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Unfortunately, I disagree with CarolynneM about this chowder. I lived in Boston for many years, too, and this recipe doesn't cut it. It is a waste of expensive seafood. The chowder comes out overly thick and floury tasting and overpowers the delicate flavors of the lobster and scallops. I remember a wonderful seafood chowder I ate in the early 80s in Braintree or Quincy that was the epitome of what a good seafood chowder should be--the delicate, sweet flavors of the seafood were primary in a mildly flavored liquid akin to half-n-half; I do not recall any potatoes in this wonderful chowder with chunks of lobster, scallops, and fish. Problems with the posted recipe are many. Why two pounds of cod? The recipe says to cook it in two cups of fish broth, remove them both from the pan separately, then never returns with what to do with the fish. Omit the fish at this point. This chowder is over-thickened with a roux that still tastes floury after four minutes of cooking it. The recipe then says to add the reserved fish broth to the roux, followed by the potatoes which are to be cooked in the thickened broth. First, I had to add several cups of water to the thickened broth so I could cook the potatoes--which took more than 8-10 minutes. The recipe needs four cups of fish broth, not two. Cut the flour from a half cup to no more than a quarter cup. Add a half pound of fish chunks later in the recipe, perhaps with the shrimp and scallops. Substitute corn for the potatoes. This is at least a start at fixing this recipe.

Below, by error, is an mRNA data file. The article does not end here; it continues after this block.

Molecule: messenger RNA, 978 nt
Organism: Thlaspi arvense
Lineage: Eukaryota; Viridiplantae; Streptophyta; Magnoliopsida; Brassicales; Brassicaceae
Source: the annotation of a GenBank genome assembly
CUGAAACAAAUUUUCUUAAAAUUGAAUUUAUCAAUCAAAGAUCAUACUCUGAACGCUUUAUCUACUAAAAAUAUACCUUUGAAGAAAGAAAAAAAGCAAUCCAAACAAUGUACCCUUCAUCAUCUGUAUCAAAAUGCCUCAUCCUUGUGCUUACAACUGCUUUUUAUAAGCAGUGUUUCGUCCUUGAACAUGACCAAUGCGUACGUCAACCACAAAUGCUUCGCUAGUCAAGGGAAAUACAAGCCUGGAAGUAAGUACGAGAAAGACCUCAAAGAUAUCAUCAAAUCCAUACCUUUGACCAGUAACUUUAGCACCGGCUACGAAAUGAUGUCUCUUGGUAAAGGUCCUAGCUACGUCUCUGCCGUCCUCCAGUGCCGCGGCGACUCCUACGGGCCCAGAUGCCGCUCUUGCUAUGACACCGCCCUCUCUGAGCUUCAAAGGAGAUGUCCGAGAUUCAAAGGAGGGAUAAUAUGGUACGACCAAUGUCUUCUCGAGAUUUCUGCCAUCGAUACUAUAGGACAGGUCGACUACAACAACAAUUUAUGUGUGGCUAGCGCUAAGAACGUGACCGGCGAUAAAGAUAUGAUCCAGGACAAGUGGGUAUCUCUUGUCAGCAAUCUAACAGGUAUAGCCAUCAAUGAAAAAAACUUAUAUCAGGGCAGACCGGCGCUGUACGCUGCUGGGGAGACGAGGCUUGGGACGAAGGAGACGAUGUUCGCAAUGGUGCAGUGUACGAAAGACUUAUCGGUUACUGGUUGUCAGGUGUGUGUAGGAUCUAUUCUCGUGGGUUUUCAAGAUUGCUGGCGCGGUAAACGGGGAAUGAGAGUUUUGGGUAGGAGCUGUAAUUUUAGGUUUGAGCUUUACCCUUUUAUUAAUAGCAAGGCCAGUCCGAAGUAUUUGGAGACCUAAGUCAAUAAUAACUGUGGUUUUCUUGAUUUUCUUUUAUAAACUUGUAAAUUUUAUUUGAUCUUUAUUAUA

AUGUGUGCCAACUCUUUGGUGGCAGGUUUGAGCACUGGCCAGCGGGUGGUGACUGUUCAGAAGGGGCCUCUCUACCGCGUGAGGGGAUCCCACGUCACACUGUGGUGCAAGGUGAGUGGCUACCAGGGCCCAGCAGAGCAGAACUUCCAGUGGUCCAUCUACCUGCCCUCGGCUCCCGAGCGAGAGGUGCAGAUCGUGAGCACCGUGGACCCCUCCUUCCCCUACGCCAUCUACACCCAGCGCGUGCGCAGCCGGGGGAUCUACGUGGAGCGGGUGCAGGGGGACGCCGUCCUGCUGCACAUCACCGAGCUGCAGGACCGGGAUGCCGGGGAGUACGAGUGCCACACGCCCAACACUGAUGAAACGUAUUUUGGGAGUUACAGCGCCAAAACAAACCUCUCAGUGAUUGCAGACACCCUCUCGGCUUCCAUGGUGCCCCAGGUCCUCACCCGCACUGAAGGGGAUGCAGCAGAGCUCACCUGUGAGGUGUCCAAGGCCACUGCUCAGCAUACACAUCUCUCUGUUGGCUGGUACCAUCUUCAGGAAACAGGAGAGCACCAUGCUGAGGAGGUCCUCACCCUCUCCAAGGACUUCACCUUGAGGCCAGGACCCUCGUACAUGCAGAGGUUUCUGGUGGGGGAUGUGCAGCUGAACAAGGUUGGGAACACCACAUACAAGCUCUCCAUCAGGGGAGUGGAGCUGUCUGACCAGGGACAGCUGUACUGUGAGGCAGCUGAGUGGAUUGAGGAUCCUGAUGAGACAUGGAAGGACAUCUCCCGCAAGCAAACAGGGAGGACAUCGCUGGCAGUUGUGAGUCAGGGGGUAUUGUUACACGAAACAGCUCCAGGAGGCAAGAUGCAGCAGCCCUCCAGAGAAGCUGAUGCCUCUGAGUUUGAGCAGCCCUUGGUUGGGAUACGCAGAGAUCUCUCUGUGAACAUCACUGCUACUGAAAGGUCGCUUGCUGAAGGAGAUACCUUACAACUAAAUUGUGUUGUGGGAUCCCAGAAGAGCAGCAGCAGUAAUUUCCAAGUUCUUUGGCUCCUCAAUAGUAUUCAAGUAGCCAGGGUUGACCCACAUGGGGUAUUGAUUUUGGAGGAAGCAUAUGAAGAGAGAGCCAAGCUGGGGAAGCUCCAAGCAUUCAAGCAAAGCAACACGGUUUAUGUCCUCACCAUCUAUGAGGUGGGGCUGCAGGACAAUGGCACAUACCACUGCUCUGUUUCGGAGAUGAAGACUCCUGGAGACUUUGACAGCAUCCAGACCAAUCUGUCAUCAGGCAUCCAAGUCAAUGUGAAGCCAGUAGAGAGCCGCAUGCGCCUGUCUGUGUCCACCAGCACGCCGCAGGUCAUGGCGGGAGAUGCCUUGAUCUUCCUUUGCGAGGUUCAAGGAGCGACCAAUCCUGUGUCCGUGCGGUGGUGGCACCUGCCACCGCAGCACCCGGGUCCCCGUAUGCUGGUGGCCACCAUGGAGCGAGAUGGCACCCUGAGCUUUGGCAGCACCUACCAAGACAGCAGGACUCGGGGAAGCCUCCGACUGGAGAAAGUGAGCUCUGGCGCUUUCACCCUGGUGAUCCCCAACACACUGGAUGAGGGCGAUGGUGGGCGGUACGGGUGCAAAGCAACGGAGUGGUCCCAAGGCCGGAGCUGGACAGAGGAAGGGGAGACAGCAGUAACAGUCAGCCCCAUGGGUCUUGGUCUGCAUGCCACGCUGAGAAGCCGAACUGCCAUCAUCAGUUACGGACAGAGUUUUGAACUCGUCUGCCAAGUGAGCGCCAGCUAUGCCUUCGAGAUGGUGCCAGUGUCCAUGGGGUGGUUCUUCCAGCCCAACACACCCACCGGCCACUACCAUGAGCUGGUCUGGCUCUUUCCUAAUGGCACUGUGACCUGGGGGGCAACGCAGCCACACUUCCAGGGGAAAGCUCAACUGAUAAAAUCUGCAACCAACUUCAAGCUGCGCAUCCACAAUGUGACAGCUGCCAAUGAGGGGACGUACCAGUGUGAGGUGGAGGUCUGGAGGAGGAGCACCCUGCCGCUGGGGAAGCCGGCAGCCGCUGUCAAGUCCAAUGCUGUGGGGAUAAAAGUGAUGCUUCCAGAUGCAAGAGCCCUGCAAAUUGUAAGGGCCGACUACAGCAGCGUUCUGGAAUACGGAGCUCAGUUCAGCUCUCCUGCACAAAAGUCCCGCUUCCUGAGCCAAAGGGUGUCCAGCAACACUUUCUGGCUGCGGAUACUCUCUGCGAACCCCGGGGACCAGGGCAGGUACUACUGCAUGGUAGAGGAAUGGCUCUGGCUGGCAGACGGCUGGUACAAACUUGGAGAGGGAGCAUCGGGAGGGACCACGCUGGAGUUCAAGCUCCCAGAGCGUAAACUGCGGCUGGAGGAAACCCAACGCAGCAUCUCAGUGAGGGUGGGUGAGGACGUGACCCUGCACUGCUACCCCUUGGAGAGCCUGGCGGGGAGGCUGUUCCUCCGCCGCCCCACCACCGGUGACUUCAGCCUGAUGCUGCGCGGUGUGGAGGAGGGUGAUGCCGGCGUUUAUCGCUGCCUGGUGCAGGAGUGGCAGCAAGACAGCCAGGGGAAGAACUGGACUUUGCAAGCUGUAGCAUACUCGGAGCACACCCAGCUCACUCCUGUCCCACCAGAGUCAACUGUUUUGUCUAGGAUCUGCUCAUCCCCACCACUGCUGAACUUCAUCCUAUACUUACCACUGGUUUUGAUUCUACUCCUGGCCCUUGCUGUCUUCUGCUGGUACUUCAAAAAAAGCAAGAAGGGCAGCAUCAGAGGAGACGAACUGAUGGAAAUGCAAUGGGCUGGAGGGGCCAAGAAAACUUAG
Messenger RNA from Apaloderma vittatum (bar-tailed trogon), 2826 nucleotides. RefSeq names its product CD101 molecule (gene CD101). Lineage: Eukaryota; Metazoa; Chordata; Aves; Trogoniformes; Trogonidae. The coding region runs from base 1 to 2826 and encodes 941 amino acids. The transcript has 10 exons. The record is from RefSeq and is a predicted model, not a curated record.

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leooregon March 31, 2014
New England Seafood Chowder - the Real Deal